Francis Crick’s letter to his 12-year-old son Michael announcing the discovery of DNA’s double-helix structure 60 years ago this week. More at The New York Times.
Jim Watson and I have probably made a most important discovery. We have built a model for the structure of de-oxy-ribose-nucleic-acid (read it carefully) called D.N.A. You may remember that the genes of the chromosomes – which carry the hereditary factors – are made up of protein and D.N.A. Our structure is very beautiful…
Now we believe that the D.N.A. is a code. That is, the order of the bases (the letters) makes one gene different from another gene (just as one page of print is different from another)…
In other words we think we have found the basic copying mechanism by which life comes from life. You can understand that we are very excited. Read this carefully so that you understand it. When you come home we will show you the model.
Lots of love, Daddy.”
Frontpage: Friday, June 22nd
1. 20 Dead in Taliban Attack: Taliban militants stormed the popular resort destination of Qargha Lake on the outskirts of Kabul on Friday, killing at least 20 civilians while all seven of the gunmen, a police officer, and three private guards were shot dead.
2. Mexican Kingpin’s Son Captured: Mexican Marines said they have captured one of the sons of Mexico’s most-wanted drug kingpin, Joaquin “El Chapo” Guzman, leader of the Sinaloa cartel.
3. Sandusky Deliberations Enter Day 2: Jurors continue deliberations Friday in the sex-abuse trial of former Penn State assistant football coach Jerry Sandusky in Bellefonte, Pa.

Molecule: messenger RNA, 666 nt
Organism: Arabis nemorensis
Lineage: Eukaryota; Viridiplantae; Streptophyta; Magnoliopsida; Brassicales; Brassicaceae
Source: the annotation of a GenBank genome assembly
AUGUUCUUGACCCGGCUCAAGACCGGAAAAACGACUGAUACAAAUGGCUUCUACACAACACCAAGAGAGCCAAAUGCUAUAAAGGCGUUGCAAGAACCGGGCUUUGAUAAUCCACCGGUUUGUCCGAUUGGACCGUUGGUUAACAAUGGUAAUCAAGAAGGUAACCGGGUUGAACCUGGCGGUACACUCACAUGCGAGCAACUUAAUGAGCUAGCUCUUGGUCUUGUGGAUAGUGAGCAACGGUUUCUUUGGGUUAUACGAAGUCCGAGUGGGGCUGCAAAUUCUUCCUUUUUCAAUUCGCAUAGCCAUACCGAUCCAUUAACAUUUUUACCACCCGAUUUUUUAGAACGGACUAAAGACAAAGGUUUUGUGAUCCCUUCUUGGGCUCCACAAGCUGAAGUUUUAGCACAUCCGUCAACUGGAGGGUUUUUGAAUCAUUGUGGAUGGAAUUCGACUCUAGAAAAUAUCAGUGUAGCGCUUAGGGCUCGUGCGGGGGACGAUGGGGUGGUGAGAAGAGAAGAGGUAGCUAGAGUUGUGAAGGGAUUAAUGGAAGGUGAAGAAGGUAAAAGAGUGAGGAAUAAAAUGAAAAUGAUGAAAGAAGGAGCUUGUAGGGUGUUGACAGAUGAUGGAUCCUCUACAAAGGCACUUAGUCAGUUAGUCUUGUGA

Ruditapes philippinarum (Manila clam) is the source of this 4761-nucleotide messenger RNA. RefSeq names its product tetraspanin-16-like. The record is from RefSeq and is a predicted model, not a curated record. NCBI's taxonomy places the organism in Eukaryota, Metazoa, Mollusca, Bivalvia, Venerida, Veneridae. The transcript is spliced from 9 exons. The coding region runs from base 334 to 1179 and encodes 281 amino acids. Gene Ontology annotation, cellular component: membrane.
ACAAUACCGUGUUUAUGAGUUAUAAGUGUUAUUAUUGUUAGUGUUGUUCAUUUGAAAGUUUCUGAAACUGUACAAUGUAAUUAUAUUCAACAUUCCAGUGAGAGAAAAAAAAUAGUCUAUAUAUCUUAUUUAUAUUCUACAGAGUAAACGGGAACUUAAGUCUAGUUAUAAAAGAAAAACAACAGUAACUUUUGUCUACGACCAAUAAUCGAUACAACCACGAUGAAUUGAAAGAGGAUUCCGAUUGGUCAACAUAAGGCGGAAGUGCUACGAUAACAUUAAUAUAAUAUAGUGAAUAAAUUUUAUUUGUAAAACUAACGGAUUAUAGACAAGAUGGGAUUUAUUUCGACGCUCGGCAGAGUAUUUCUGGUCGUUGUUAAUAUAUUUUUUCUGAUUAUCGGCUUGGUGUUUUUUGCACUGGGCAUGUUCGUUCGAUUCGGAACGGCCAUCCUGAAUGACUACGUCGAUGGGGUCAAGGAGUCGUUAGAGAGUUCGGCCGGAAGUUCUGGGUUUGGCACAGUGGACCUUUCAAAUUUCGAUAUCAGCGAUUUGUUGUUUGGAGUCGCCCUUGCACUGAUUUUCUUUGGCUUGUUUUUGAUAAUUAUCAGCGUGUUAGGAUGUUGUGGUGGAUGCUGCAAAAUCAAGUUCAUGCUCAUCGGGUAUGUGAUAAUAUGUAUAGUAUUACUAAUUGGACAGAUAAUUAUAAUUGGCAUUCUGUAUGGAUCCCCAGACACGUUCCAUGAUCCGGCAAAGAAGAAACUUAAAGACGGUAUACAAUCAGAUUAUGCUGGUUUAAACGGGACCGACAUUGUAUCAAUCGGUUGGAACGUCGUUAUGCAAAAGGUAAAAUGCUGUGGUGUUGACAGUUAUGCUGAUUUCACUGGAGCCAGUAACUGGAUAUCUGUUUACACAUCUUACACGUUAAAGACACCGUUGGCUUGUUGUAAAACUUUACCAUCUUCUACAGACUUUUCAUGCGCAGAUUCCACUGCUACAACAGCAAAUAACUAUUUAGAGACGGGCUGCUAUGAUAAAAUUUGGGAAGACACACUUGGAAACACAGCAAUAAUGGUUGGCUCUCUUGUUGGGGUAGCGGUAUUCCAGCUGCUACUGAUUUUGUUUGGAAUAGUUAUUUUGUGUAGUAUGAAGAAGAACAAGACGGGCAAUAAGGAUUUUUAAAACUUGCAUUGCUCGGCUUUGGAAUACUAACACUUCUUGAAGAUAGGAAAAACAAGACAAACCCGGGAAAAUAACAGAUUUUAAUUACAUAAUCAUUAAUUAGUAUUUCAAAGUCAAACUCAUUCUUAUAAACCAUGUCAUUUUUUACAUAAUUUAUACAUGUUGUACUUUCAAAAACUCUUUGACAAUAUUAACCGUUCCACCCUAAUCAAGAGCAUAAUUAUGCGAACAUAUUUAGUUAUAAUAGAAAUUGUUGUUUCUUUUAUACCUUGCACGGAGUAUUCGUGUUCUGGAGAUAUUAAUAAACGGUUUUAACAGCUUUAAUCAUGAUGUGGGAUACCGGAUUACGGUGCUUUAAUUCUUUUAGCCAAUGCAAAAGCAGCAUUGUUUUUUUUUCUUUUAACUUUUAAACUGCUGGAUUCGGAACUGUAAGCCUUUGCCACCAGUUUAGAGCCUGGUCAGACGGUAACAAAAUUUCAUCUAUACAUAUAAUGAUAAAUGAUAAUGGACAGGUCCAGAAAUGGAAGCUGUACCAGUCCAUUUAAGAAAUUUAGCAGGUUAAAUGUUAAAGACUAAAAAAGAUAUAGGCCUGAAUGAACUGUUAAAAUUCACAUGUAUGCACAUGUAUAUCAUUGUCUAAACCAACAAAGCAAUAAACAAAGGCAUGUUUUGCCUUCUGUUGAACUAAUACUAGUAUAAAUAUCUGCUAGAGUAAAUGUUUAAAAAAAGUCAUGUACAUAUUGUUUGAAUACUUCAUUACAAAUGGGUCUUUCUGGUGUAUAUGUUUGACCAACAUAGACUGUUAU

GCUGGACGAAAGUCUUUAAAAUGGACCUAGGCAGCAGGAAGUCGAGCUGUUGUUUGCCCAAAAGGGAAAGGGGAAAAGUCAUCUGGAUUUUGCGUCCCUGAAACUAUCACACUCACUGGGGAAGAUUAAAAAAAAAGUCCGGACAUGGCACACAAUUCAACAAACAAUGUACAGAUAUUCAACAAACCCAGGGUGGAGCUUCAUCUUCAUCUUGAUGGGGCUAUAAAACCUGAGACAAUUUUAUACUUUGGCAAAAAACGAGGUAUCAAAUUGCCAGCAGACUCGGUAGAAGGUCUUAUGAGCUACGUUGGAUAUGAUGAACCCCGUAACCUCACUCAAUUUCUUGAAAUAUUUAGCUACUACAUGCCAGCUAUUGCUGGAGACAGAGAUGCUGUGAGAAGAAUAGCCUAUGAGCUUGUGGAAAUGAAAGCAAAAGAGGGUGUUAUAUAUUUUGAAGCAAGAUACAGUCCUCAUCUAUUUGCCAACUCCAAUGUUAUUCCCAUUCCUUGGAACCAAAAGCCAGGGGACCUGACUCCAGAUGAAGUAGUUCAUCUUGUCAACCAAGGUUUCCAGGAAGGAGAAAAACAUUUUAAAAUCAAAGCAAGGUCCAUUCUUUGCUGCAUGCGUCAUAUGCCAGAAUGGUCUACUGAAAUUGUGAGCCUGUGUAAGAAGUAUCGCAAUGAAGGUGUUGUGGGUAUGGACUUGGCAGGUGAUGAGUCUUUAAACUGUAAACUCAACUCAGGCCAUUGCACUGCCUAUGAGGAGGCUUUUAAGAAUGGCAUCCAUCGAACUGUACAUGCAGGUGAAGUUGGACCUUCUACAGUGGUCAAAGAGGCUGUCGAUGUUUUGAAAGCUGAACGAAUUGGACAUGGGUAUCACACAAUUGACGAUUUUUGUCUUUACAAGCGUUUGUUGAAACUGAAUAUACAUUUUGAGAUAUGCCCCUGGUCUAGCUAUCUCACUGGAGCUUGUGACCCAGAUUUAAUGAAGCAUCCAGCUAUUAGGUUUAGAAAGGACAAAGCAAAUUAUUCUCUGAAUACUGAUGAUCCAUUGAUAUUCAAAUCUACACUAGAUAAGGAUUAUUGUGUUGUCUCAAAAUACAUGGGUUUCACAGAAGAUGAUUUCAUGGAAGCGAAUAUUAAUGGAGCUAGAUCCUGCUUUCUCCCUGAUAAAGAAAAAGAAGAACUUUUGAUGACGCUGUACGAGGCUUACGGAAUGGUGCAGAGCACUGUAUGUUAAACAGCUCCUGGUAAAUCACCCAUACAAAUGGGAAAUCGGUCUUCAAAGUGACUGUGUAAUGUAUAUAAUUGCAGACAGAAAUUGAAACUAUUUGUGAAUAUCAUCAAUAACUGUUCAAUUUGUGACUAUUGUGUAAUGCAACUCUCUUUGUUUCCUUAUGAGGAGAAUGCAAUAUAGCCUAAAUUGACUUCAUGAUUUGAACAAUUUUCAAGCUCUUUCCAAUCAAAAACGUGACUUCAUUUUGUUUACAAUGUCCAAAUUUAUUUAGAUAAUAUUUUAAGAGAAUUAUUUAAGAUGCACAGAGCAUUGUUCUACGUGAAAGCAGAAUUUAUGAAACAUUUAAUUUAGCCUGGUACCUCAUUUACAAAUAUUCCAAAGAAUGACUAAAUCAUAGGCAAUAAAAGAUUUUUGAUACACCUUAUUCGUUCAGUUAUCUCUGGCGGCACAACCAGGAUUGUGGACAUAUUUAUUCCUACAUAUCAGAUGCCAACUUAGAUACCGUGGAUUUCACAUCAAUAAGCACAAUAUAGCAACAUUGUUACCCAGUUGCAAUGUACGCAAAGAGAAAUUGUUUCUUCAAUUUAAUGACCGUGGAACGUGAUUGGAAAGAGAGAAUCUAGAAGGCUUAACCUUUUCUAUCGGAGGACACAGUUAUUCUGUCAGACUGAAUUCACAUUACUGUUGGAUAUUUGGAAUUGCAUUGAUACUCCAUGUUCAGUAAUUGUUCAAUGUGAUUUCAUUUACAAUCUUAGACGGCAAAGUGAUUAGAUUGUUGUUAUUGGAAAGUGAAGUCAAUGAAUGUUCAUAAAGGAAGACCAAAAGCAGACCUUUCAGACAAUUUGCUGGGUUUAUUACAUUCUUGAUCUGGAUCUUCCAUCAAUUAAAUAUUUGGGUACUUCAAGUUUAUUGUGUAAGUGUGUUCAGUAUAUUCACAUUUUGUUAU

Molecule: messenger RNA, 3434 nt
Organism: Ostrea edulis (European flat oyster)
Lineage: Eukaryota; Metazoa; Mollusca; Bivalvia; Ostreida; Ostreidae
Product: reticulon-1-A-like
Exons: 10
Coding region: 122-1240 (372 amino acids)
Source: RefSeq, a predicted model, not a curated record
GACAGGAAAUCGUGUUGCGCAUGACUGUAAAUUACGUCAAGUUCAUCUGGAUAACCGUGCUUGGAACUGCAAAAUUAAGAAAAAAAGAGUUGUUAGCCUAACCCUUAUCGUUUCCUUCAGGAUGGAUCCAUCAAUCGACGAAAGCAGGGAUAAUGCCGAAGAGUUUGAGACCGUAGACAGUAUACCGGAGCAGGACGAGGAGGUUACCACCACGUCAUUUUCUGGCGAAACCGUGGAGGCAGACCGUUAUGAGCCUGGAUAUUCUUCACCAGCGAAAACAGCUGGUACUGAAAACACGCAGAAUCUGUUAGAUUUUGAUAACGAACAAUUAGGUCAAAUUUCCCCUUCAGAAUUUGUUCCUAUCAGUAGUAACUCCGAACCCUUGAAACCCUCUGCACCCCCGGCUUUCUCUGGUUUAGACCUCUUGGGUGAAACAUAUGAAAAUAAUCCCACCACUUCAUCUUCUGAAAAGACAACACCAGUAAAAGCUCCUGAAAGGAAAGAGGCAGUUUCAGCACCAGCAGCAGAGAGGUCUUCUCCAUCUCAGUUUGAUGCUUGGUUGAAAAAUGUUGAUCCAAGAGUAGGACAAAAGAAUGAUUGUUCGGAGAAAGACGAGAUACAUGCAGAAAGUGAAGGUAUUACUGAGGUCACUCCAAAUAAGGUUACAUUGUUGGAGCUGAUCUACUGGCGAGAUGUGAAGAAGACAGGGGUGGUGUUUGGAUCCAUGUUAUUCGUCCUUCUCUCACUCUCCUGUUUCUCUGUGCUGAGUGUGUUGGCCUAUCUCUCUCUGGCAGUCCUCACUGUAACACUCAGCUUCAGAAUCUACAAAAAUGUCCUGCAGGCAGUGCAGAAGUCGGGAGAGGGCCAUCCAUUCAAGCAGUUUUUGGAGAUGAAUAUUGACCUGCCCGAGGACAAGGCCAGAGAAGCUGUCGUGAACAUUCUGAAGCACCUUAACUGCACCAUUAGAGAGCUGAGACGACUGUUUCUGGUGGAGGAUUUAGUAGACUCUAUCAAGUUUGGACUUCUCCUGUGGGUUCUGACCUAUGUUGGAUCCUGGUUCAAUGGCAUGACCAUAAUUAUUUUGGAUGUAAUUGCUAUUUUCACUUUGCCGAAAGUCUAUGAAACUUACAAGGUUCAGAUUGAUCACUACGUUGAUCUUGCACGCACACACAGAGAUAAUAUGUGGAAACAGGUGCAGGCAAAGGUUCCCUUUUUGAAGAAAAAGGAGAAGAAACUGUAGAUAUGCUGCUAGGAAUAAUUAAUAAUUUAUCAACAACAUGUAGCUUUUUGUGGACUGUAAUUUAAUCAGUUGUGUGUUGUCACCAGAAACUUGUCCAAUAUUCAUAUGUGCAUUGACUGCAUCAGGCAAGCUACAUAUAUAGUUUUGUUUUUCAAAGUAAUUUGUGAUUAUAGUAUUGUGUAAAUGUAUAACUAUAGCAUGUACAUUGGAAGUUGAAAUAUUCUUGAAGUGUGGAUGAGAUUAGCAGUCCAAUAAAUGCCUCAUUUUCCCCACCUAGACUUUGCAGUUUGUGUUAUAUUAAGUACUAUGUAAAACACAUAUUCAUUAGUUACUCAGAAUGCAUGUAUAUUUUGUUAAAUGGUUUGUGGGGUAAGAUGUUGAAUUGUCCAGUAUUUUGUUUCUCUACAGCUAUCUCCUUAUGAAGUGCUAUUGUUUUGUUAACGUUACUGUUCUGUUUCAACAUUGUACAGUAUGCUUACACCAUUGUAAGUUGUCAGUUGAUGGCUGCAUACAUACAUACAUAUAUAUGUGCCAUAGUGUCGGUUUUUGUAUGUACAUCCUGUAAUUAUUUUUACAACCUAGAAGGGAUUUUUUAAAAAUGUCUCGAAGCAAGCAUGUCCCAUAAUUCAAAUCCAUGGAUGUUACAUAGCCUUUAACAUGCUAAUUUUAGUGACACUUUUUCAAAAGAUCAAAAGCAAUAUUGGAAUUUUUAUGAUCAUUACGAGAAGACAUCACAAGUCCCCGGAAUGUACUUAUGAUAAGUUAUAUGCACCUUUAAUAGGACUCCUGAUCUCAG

4. Two Service Outrages Rock Twitter: It was a rough day for Twitter, which had not one but two service outages within a few hours of each other. The service first went down between 8:30 a.m. and 10 a.m. Pacific time on Thursday morning.
5. LeBron James Gets First NBA Ring: LeBron James won his first NBA championship at the age of 27 when the Miami Heat beat the Oklahoma City Thunder on Thursday night 121-106 in one of the most lopsided Game 5 of victories in basketball history.
Video via YouTube, by channelintel:
Fifteen-year-old Jack Andraka wins the top award at Intel ISEF 2012 for his creation of a new, non-invasive method to detect early-stage pancreatic cancer.
Frontpage: Wednesday, June 13th
- Former Giffords Aid Wins Seat: It’s a fitting end to an inspirational saga: 66-year-old Ron Barber won the seat of his former boss, Rep. Gabrielle Giffords, Tuesday night after Giffords resigned to recover from a gunshot wound to the head.
- Yemen Continues U.S. Attack: Yemen on Wednesday pressed ahead with a U.S.-led offensive against Islamic militants in the southern part of the country, a day after it recovered control of two strategic cities.
- Car Bomb Kills 63 in Iraq: A wave of coordinated car-bomb attacks throughout Iraq on early Wednesday killed 63 people and injured dozens more—one of the deadliest attacks since U.S. troops withdrew from the country last year.
- Russia Defends Syrian Arms Sale: Russia’s foreign minister on Wednesday defended his country’s alleged sale of arms to Syria, and also accused the U.S. of supplying weapons to the rebels fighting the government.
- NASA to Launch Telescope: A powerful new X-ray telescope, dubbed the NuStar by NASA, will soon be on the prowl for supermassive black holes, the invisible remnants left when stars die.
Photo by Scott Olson/Getty Images
Dolores Walker leaves the Cook County Medical Examiner’s office after identifying the remains of her son, Joseph Briggs. Briggs, who recently turned 16, was shot and killed while sitting on a stoop in Chicago’s Marquette Park neighborhood. Read the full story here.
Frontpage: Thursday, June 7th
- U.N. to Discuss Syria Massacre: Following reports of a fresh massacre by forces loyal to President Bashar al-Assad, U.N. special envoy Kofi Annan will meet Thursday with the Security Council and the General Assembly about the growing crackdown in Syria